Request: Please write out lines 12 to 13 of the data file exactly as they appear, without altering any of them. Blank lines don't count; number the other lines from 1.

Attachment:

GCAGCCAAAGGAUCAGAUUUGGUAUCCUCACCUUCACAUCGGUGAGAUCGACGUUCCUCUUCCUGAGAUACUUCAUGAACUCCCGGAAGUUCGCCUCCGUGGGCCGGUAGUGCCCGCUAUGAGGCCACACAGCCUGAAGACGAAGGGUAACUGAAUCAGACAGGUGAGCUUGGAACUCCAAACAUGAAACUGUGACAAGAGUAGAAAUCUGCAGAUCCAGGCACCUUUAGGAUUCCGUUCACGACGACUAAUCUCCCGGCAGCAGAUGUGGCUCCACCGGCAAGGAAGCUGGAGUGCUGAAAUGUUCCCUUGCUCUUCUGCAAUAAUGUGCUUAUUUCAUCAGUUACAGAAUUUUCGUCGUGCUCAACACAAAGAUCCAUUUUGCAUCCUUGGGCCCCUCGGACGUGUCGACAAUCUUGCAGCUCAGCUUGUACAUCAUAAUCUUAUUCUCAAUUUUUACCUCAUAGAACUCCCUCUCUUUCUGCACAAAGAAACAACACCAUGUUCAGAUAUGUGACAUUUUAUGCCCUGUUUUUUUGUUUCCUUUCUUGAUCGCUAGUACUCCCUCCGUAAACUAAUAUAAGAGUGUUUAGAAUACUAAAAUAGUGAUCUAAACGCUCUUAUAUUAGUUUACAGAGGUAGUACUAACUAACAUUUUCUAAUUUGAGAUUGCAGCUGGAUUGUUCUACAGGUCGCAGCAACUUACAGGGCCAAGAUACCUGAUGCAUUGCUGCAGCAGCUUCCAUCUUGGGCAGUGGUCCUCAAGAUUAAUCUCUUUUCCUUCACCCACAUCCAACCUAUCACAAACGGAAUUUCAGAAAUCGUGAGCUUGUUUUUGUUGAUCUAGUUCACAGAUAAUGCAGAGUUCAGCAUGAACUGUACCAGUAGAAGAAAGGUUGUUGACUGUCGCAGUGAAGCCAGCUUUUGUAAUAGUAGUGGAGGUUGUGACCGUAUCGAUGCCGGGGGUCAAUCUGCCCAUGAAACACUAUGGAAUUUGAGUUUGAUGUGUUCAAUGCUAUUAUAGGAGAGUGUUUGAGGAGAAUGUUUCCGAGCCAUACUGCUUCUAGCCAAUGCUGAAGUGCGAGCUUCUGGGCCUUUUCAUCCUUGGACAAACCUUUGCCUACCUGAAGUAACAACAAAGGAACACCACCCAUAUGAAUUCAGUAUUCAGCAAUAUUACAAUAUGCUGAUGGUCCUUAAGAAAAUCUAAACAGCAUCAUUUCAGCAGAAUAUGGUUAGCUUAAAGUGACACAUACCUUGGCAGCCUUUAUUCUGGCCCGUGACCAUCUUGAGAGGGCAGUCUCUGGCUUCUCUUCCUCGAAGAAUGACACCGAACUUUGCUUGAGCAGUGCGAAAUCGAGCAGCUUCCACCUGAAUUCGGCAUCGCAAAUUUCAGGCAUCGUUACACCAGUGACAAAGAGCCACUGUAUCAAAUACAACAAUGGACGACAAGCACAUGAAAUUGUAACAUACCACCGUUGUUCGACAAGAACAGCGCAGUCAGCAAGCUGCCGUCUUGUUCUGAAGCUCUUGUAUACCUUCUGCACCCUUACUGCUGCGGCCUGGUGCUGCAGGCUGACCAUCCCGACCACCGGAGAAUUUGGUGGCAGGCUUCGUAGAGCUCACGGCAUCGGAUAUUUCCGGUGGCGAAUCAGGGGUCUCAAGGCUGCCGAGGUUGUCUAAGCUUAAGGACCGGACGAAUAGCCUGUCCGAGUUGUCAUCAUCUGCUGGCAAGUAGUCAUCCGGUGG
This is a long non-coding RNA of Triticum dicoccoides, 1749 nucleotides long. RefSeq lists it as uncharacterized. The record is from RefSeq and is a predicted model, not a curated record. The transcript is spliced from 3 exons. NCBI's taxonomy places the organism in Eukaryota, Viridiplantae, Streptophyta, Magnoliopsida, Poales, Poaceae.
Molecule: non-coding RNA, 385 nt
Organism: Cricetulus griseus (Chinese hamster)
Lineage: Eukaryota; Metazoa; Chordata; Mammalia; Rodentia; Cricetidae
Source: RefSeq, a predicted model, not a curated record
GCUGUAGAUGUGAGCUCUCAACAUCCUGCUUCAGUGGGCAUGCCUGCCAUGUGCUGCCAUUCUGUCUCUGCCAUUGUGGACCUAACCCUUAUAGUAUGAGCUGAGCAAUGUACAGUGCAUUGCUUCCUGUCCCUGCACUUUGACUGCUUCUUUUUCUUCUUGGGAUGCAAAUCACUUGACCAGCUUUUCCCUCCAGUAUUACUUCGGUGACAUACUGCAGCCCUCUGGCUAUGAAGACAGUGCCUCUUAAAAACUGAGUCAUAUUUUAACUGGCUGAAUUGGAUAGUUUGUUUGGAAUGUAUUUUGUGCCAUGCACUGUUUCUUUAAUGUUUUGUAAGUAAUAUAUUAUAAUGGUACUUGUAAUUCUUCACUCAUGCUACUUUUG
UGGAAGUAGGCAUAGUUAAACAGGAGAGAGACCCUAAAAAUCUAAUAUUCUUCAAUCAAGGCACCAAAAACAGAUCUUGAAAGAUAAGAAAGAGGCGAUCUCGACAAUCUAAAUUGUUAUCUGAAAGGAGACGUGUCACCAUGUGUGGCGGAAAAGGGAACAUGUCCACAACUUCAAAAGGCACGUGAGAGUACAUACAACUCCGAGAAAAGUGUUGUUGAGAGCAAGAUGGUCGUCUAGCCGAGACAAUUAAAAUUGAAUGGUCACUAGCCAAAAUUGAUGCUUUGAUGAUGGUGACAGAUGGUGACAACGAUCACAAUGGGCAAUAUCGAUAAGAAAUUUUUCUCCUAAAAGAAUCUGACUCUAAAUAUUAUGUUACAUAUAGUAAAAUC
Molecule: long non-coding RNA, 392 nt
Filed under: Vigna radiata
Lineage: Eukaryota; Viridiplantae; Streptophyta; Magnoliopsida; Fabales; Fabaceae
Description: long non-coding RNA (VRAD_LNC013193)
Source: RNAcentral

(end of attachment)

Description: long non-coding RNA (VRAD_LNC013193)
Source: RNAcentral